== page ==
This work presents the results concerning the spectrophotometric study of laccase from Trametes versicolor with three different substrates (caffeic acid, gallic acid, and catechol), evaluating their activity and inhibition degrees in the presence of mercury(II), and observing that millimolar mercury concentrations can reduce the laccase reaction extent. The assessment of the enzymatic activity and the effects of the inhibitors will allow a better knowledge of the biologic catalyst and its possible future applications, like the indirect quantification of the inhibitor itself.

2. Materials and Methods

Laccase from Trametes versicolor (EC, with an activity of 13.6 U/mg, was obtained from Sigma; sodium acetate trihydrate was from JT Baker; acetic acid glacial was from Laboratorios Lutz, México, 60.05%; caffeic acid, gallic acid, and catechol were from Fluka; ethanol was from Sigma-Aldrich (HPLC degree); Hg(NO3)2 was from Sigma-Aldrich; and deionized water was from a MilliQ Millipore equipment.

2.1. Kinetic Analyses and Enzymatic Inhibition

The kinetic UV-Vis tests were carried out in a Perkin Elmer Spectrometer Lambda 20. The absorbance of the caffeic acid oxidation was monitored at 410 nm using different substrate concentrations (10–250 µM); the catechol oxidation absorbance was monitored at 390 nm with different substrate concentrations (100–1400 µM); the gallic acid oxidation absorbance was monitored at 385 nm with different substrate concentrations (100–1400 µM). The Hg(II) concentrations for laccase inhibition were 0.05, 0.1, 0.5, 1, 2, 3, and 4 mM. The incubation times for inhibition were 2, 5 and 10 contact minutes. The laccase concentration was 10 µg·mL−1 for all cases. All tests were carried out at ambient temperature in 1 cm optical path quartz cells in an acetate buffer (0.1 M pH 4.5). The experimental conditions were chosen based on studies reported by our working group [22, 23].

3. Results and Discussion

The laccase is considered a nonspecific enzyme, capable of oxidizing a wide variety of phenolic compounds, which is why this work used substrates like the caffeic acid, gallic acid, and catechol for the kinetic studies.

The system was characterized through UV-Vis spectroscopy from 800 to 200 nm; the results are shown in Figure 1(a): it can be observed that Trametes versicolor laccase (TvL) displayed two maximum absorption bands at 210 and 275 nm, whereas the caffeic acid (CA) shows three maximum absorption bands at 241, 285, and 322 nm. The (CA) oxidation product (caffeoquinone, labeled as CAQ) presents three absorption maxima at 250, 322, and 410 nm. The signal of the CAQ at 410 nm allows quantifying the enzymatic reaction product to enable the kinetic studies without interferences. The remaining substrates were also characterized as well as the oxidation products: the catechol (CT) exhibited two absorption bands with maxima at 227 and 270 nm, while the o-quinone (Q) presents a maximum absorption at 390 nm. The gallic acid (GA) showed only one maximum absorption band at 260 nm, and its oxidation product showed absorption maxima at 256 and 395 nm.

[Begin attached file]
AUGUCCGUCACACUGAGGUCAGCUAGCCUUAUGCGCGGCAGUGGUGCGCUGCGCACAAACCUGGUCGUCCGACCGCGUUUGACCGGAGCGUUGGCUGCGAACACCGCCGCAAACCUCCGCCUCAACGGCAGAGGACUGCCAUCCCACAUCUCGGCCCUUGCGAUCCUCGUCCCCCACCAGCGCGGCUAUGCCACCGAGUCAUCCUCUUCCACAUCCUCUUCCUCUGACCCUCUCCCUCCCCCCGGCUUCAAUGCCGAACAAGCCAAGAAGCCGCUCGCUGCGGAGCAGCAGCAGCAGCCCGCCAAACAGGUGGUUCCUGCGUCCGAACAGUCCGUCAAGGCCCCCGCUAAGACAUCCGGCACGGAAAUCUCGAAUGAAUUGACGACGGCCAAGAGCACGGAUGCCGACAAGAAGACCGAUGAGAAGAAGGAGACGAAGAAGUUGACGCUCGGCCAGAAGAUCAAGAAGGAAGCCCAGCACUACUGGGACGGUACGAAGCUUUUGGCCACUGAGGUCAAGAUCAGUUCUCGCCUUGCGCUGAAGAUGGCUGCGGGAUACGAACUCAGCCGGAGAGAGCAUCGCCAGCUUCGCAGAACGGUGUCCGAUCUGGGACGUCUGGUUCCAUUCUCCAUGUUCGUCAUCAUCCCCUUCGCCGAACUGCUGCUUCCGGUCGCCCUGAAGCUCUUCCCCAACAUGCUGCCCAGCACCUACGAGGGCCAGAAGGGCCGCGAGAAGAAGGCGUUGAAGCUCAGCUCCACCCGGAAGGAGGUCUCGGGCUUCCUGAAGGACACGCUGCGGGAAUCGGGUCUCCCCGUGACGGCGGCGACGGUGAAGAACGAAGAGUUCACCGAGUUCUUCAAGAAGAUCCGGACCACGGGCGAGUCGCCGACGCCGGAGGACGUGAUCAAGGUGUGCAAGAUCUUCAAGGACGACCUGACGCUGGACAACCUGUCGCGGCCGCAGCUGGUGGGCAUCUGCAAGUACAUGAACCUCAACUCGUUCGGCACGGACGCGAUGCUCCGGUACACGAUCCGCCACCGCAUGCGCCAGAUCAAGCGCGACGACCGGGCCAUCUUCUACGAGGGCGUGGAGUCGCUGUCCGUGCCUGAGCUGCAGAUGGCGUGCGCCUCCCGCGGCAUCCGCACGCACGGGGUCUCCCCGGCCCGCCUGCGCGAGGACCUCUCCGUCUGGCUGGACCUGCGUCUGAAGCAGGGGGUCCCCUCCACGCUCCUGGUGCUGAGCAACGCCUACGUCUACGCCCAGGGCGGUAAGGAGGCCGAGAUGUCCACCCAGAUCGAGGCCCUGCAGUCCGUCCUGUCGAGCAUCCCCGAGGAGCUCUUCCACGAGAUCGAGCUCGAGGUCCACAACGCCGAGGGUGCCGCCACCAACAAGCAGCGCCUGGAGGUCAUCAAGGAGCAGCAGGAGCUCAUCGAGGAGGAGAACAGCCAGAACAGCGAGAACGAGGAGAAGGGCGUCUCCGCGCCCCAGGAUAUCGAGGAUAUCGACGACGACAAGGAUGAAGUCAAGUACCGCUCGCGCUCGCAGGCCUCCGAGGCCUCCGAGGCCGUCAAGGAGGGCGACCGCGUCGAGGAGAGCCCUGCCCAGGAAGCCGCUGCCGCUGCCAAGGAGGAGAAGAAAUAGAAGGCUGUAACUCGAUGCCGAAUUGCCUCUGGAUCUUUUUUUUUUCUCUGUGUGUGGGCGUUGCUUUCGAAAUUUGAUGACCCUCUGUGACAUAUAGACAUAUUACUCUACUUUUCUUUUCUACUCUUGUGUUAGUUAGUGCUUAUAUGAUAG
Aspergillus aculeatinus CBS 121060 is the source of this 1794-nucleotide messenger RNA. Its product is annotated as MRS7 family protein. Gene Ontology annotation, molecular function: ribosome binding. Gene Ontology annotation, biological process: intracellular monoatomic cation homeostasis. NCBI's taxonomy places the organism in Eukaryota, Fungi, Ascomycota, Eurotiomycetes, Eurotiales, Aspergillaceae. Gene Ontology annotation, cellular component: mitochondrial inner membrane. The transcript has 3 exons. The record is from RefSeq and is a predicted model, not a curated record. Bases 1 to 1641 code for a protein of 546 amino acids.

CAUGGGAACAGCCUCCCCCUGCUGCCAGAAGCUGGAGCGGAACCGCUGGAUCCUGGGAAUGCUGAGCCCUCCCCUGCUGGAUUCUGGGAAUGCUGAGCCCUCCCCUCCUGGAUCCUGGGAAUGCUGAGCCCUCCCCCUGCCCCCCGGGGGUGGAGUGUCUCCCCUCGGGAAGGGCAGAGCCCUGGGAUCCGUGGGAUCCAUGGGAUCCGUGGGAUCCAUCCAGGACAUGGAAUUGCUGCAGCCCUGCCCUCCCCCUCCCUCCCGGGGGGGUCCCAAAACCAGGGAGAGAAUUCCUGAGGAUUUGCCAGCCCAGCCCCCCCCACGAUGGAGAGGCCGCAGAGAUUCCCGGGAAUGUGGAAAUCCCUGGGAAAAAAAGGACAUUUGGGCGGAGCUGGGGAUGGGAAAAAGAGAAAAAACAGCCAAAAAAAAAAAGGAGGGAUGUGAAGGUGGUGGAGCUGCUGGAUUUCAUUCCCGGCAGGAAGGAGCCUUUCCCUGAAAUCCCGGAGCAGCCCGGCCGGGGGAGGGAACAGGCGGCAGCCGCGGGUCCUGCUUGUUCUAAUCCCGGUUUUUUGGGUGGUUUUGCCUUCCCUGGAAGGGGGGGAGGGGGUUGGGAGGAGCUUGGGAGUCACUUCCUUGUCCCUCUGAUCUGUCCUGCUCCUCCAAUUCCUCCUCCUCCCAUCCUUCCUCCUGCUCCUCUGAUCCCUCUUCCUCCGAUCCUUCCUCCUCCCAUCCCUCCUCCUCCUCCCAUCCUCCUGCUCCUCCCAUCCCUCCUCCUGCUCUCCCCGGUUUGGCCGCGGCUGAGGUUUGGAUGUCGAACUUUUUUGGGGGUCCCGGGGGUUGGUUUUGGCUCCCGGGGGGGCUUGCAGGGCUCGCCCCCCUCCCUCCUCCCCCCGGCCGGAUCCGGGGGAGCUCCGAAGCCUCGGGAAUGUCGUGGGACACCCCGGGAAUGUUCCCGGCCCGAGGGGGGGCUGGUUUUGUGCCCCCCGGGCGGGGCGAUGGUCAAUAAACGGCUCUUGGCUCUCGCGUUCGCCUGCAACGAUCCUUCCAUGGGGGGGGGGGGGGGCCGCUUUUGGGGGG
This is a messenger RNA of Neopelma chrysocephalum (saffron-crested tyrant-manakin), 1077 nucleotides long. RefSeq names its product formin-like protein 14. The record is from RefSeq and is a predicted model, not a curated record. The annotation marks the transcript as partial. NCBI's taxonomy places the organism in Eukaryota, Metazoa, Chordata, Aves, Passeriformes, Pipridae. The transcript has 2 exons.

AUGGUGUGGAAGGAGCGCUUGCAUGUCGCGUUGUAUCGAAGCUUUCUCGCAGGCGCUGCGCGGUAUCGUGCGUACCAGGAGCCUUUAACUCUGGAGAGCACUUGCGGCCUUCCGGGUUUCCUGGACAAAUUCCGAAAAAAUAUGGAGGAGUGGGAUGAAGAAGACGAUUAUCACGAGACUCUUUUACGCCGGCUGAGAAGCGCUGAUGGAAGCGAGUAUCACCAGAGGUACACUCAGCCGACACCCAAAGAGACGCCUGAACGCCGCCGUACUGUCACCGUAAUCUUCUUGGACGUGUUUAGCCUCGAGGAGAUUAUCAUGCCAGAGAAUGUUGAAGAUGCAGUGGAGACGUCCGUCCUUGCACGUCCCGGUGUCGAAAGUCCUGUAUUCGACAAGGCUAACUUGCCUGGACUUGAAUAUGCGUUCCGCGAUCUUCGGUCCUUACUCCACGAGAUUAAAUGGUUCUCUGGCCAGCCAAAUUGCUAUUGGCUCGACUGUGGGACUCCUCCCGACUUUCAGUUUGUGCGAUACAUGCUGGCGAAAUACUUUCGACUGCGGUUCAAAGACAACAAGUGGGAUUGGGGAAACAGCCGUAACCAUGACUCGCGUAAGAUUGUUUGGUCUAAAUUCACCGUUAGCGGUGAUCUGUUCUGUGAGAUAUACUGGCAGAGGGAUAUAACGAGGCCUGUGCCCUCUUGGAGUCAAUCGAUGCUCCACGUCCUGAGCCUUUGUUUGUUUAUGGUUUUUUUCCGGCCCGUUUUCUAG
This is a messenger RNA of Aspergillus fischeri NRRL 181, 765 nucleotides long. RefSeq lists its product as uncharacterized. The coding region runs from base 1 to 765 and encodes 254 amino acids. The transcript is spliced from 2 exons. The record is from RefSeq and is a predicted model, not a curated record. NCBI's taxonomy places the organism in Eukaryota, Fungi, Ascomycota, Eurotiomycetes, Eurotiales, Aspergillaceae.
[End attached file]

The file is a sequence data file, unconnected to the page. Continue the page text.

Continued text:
Figure 1(b) shows the absorbance at 410 nm as a function of time for different CA concentrations. It can be observed that, for each CA concentration, the absorbance increases linearly until attaining reaction equilibrium, where the absorbance remains constant; the time to reach equilibrium increases with the substrate concentration, although it can be stated that at 8 minutes, all concentrations reached equilibrium. Furthermore, it is also observed that the slope of the linear segment increases with substrate concentration up to 100 μM, where the said slope ceases to increase, indicating enzymatic saturation. The slope of the linear segments in these kinetic plots represents the absorbance change as a function of time; hence, in accordance with the Lambert–Beer law [24], the slope represents also a concentration change of the reaction product as a function of time, in other words, the enzymatic reaction rate.

Figure 1(c) shows the results of fitting the Michaelis–Menten kinetic model into the initial enzymatic reaction rate as a function of the CA concentration [2529], giving a Km = 43 ± 4 μM and a Vmax = 90 ± 3 μM·s−1. Figure 1(d) shows the initial enzymatic reaction rate as a function of the GA and CT concentration also with the Michaelis–Menten fitting; the kinetic constants obtained for these substrates were 85 ± 1 μM and 307 ± 18 μM, respectively, whereas the maximal rates were 24 ± 7 and 33 ± 6 μM·s−1. These results indicate that the TvL exhibits a greater affinity toward CA since the Km for this substrate is the smallest. Notwithstanding the saturation for the GA and CT happened at higher substrate concentrations, for both cases, the initial rates are small as compared with those of the CA, which exhibits high rates at small concentrations. Therefore, the CA was chosen as the substrate for all subsequent studies.